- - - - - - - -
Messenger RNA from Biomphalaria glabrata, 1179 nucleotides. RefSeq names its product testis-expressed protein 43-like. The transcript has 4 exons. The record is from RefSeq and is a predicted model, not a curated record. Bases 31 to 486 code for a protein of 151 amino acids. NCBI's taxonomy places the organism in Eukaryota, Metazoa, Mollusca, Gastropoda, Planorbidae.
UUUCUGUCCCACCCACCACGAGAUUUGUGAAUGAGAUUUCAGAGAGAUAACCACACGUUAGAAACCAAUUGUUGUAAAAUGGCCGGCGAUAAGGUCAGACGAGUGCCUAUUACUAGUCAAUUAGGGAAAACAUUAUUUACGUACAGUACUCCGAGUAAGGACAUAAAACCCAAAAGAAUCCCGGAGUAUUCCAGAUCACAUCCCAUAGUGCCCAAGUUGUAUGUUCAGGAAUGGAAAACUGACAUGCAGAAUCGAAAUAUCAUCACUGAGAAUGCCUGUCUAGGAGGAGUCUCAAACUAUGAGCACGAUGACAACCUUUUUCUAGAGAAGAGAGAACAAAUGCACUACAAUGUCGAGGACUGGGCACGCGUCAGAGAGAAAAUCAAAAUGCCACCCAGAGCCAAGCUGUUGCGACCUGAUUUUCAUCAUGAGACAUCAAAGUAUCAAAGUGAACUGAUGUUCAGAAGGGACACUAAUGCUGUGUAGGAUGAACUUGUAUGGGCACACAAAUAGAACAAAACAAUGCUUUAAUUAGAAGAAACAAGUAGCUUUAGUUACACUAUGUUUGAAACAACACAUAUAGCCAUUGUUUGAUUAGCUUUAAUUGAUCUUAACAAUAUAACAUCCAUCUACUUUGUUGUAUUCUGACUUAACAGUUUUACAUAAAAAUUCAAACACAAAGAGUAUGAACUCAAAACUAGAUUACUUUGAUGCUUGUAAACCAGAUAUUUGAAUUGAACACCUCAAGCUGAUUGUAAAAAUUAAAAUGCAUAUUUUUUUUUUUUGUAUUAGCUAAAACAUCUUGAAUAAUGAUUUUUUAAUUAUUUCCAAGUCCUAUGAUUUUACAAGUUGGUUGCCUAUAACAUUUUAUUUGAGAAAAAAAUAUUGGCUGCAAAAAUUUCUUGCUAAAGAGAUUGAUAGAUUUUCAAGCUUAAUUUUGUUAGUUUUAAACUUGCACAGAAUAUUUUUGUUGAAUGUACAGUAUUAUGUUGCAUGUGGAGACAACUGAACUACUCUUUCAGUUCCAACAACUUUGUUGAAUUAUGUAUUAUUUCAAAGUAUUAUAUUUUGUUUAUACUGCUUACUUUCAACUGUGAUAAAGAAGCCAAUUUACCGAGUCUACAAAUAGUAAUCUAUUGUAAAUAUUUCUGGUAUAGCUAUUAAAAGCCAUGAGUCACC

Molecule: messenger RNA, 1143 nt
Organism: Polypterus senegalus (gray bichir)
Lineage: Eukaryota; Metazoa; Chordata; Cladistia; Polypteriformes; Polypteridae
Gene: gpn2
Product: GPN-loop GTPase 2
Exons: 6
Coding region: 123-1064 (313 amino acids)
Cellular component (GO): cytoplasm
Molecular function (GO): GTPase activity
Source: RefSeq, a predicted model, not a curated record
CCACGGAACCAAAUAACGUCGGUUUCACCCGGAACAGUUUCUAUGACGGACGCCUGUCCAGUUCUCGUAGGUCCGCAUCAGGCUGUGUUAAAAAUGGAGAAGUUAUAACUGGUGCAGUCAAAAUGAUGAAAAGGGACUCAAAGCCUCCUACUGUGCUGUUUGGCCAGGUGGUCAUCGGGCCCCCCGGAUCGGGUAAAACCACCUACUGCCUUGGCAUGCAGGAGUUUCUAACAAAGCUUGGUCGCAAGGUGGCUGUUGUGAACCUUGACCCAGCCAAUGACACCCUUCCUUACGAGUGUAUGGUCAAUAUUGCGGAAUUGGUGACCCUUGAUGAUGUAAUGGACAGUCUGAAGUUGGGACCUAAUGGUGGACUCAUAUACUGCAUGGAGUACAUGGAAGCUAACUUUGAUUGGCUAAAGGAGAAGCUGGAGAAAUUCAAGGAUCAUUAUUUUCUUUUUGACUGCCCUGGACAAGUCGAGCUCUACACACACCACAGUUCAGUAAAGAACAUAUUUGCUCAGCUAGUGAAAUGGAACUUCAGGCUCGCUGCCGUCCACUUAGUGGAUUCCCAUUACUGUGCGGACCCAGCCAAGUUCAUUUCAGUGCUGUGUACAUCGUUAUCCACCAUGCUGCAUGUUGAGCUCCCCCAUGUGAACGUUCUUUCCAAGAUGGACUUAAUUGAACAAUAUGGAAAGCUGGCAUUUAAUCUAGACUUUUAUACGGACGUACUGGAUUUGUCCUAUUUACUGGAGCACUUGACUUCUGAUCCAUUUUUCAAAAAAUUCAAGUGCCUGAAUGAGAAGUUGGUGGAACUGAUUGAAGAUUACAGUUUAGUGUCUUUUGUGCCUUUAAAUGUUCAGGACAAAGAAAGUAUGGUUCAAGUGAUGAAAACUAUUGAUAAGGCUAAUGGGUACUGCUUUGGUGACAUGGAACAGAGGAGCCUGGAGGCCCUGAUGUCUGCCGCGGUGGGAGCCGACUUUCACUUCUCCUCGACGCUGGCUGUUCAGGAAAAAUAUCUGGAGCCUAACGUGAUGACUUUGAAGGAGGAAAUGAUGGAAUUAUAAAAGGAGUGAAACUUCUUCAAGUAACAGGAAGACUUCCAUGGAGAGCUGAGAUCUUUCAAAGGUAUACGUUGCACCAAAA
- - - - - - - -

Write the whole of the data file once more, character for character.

Messenger RNA from Biomphalaria glabrata, 1179 nucleotides. RefSeq names its product testis-expressed protein 43-like. The transcript has 4 exons. The record is from RefSeq and is a predicted model, not a curated record. Bases 31 to 486 code for a protein of 151 amino acids. NCBI's taxonomy places the organism in Eukaryota, Metazoa, Mollusca, Gastropoda, Planorbidae.
UUUCUGUCCCACCCACCACGAGAUUUGUGAAUGAGAUUUCAGAGAGAUAACCACACGUUAGAAACCAAUUGUUGUAAAAUGGCCGGCGAUAAGGUCAGACGAGUGCCUAUUACUAGUCAAUUAGGGAAAACAUUAUUUACGUACAGUACUCCGAGUAAGGACAUAAAACCCAAAAGAAUCCCGGAGUAUUCCAGAUCACAUCCCAUAGUGCCCAAGUUGUAUGUUCAGGAAUGGAAAACUGACAUGCAGAAUCGAAAUAUCAUCACUGAGAAUGCCUGUCUAGGAGGAGUCUCAAACUAUGAGCACGAUGACAACCUUUUUCUAGAGAAGAGAGAACAAAUGCACUACAAUGUCGAGGACUGGGCACGCGUCAGAGAGAAAAUCAAAAUGCCACCCAGAGCCAAGCUGUUGCGACCUGAUUUUCAUCAUGAGACAUCAAAGUAUCAAAGUGAACUGAUGUUCAGAAGGGACACUAAUGCUGUGUAGGAUGAACUUGUAUGGGCACACAAAUAGAACAAAACAAUGCUUUAAUUAGAAGAAACAAGUAGCUUUAGUUACACUAUGUUUGAAACAACACAUAUAGCCAUUGUUUGAUUAGCUUUAAUUGAUCUUAACAAUAUAACAUCCAUCUACUUUGUUGUAUUCUGACUUAACAGUUUUACAUAAAAAUUCAAACACAAAGAGUAUGAACUCAAAACUAGAUUACUUUGAUGCUUGUAAACCAGAUAUUUGAAUUGAACACCUCAAGCUGAUUGUAAAAAUUAAAAUGCAUAUUUUUUUUUUUUGUAUUAGCUAAAACAUCUUGAAUAAUGAUUUUUUAAUUAUUUCCAAGUCCUAUGAUUUUACAAGUUGGUUGCCUAUAACAUUUUAUUUGAGAAAAAAAUAUUGGCUGCAAAAAUUUCUUGCUAAAGAGAUUGAUAGAUUUUCAAGCUUAAUUUUGUUAGUUUUAAACUUGCACAGAAUAUUUUUGUUGAAUGUACAGUAUUAUGUUGCAUGUGGAGACAACUGAACUACUCUUUCAGUUCCAACAACUUUGUUGAAUUAUGUAUUAUUUCAAAGUAUUAUAUUUUGUUUAUACUGCUUACUUUCAACUGUGAUAAAGAAGCCAAUUUACCGAGUCUACAAAUAGUAAUCUAUUGUAAAUAUUUCUGGUAUAGCUAUUAAAAGCCAUGAGUCACC

Molecule: messenger RNA, 1143 nt
Organism: Polypterus senegalus (gray bichir)
Lineage: Eukaryota; Metazoa; Chordata; Cladistia; Polypteriformes; Polypteridae
Gene: gpn2
Product: GPN-loop GTPase 2
Exons: 6
Coding region: 123-1064 (313 amino acids)
Cellular component (GO): cytoplasm
Molecular function (GO): GTPase activity
Source: RefSeq, a predicted model, not a curated record
CCACGGAACCAAAUAACGUCGGUUUCACCCGGAACAGUUUCUAUGACGGACGCCUGUCCAGUUCUCGUAGGUCCGCAUCAGGCUGUGUUAAAAAUGGAGAAGUUAUAACUGGUGCAGUCAAAAUGAUGAAAAGGGACUCAAAGCCUCCUACUGUGCUGUUUGGCCAGGUGGUCAUCGGGCCCCCCGGAUCGGGUAAAACCACCUACUGCCUUGGCAUGCAGGAGUUUCUAACAAAGCUUGGUCGCAAGGUGGCUGUUGUGAACCUUGACCCAGCCAAUGACACCCUUCCUUACGAGUGUAUGGUCAAUAUUGCGGAAUUGGUGACCCUUGAUGAUGUAAUGGACAGUCUGAAGUUGGGACCUAAUGGUGGACUCAUAUACUGCAUGGAGUACAUGGAAGCUAACUUUGAUUGGCUAAAGGAGAAGCUGGAGAAAUUCAAGGAUCAUUAUUUUCUUUUUGACUGCCCUGGACAAGUCGAGCUCUACACACACCACAGUUCAGUAAAGAACAUAUUUGCUCAGCUAGUGAAAUGGAACUUCAGGCUCGCUGCCGUCCACUUAGUGGAUUCCCAUUACUGUGCGGACCCAGCCAAGUUCAUUUCAGUGCUGUGUACAUCGUUAUCCACCAUGCUGCAUGUUGAGCUCCCCCAUGUGAACGUUCUUUCCAAGAUGGACUUAAUUGAACAAUAUGGAAAGCUGGCAUUUAAUCUAGACUUUUAUACGGACGUACUGGAUUUGUCCUAUUUACUGGAGCACUUGACUUCUGAUCCAUUUUUCAAAAAAUUCAAGUGCCUGAAUGAGAAGUUGGUGGAACUGAUUGAAGAUUACAGUUUAGUGUCUUUUGUGCCUUUAAAUGUUCAGGACAAAGAAAGUAUGGUUCAAGUGAUGAAAACUAUUGAUAAGGCUAAUGGGUACUGCUUUGGUGACAUGGAACAGAGGAGCCUGGAGGCCCUGAUGUCUGCCGCGGUGGGAGCCGACUUUCACUUCUCCUCGACGCUGGCUGUUCAGGAAAAAUAUCUGGAGCCUAACGUGAUGACUUUGAAGGAGGAAAUGAUGGAAUUAUAAAAGGAGUGAAACUUCUUCAAGUAACAGGAAGACUUCCAUGGAGAGCUGAGAUCUUUCAAAGGUAUACGUUGCACCAAAA